Rediscovering Old Roses

New Dawn Heirloom Roses - Pam Beck
The captivating ‘New Dawn’ climbing rose was discovered in 1930, and quickly became a favorite focal point in Southern gardens.

Heirloom roses are again gaining in popularity in our 21st century gardens due to their time-proven hardiness. These are roses with real perfume, a wide variety of colors and bloom types, and many sport luscious hips for fall and winter interest. Plus, they are easy to grow as a majority of old roses are disease resistant, and tolerant of a variety of site conditions. Just be sure to feed them with rose & flower fertilizer.

Officially, Antique roses are defined as any rose grown before 1867, which was before hybrid tea roses were introduced, whereas old roses can be any rose 75-years-old or more. So, if you want roses, but crave something different, rediscover the joy of growing old roses.

About Pam Beck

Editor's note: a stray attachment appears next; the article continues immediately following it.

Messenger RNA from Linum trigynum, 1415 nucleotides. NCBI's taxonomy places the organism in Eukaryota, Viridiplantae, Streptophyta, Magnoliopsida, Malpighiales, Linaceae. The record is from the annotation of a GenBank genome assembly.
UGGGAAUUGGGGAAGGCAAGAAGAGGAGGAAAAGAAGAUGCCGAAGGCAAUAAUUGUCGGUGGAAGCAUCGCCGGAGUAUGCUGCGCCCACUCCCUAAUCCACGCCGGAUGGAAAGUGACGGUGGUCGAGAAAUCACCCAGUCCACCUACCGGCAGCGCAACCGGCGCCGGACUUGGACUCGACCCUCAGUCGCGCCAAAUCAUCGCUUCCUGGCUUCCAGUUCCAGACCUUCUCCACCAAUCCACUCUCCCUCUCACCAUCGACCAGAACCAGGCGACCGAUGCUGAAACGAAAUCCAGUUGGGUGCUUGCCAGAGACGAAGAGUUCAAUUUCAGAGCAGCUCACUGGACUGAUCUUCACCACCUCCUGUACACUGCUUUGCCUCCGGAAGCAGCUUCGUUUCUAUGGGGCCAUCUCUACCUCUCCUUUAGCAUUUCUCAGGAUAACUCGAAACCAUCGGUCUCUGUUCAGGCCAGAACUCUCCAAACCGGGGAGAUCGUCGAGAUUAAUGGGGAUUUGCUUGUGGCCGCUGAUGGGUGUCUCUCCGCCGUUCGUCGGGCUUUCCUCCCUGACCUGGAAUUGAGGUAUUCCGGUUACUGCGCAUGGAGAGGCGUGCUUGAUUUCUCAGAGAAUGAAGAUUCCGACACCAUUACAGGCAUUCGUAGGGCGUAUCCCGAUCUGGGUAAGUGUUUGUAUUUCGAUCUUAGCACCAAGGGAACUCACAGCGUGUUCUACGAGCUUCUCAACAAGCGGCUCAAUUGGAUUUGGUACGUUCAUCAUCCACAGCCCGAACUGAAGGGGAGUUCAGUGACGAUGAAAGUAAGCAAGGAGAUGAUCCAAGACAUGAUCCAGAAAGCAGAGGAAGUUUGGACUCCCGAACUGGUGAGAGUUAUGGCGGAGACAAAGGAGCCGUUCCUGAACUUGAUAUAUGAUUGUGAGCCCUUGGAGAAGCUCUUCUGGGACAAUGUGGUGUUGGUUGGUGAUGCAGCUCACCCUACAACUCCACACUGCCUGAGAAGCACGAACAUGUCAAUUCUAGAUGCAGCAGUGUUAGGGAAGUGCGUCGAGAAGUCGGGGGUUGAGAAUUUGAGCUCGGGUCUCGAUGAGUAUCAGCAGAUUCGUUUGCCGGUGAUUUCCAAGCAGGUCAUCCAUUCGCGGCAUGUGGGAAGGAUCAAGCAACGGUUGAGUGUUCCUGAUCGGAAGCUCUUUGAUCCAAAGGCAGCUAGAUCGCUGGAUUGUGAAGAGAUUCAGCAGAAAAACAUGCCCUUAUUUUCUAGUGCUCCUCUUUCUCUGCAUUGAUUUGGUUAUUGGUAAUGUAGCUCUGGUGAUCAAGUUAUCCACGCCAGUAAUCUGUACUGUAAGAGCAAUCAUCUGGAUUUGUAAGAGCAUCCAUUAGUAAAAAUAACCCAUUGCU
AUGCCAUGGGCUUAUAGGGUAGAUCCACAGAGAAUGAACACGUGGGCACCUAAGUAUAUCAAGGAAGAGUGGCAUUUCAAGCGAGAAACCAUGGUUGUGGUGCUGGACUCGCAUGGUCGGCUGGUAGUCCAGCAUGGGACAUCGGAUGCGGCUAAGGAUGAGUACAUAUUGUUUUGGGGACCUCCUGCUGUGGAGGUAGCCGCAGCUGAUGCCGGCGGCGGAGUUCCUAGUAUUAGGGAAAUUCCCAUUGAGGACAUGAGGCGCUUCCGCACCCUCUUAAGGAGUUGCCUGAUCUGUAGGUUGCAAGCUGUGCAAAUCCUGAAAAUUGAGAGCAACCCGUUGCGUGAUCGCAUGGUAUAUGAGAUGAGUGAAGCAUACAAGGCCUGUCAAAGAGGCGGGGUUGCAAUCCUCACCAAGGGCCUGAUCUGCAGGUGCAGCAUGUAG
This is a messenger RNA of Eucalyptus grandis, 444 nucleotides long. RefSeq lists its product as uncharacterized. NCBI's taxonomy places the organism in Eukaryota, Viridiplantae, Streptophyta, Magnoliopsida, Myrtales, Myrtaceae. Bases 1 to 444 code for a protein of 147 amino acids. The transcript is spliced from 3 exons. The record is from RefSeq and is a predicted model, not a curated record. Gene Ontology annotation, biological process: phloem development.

Pam Beck began her gardening education in 1987 by volunteering in a public herb garden, which inspired her to join the Master Gardeners and take horticulture classes. She has worked in garden center retail, learned plant production hands-on in a nursery, created designs for landscape contractors and homeowners, and was an assistant with Cooperative Extension for a short time. She has scouted and styled for Better Homes & Gardens magazine; served on the Board of Advisors for two university botanical gardens; and, taught Adult Education landscaping classes for Wake Tech; but, you probably know her best as an award-winning freelance garden writer, lecturer, and photographer. Pam is the co-author of Best Garden Plants for North Carolina, regularly contributed articles in Carolina Gardener Magazine for 16 years, and for 5 years she was a monthly garden columnist for the Raleigh News & Observer. Currently, her busy speaking schedule takes her throughout the Southeast enthusiastically sharing her love of plants, gardens of all kinds, and the people who tend them.

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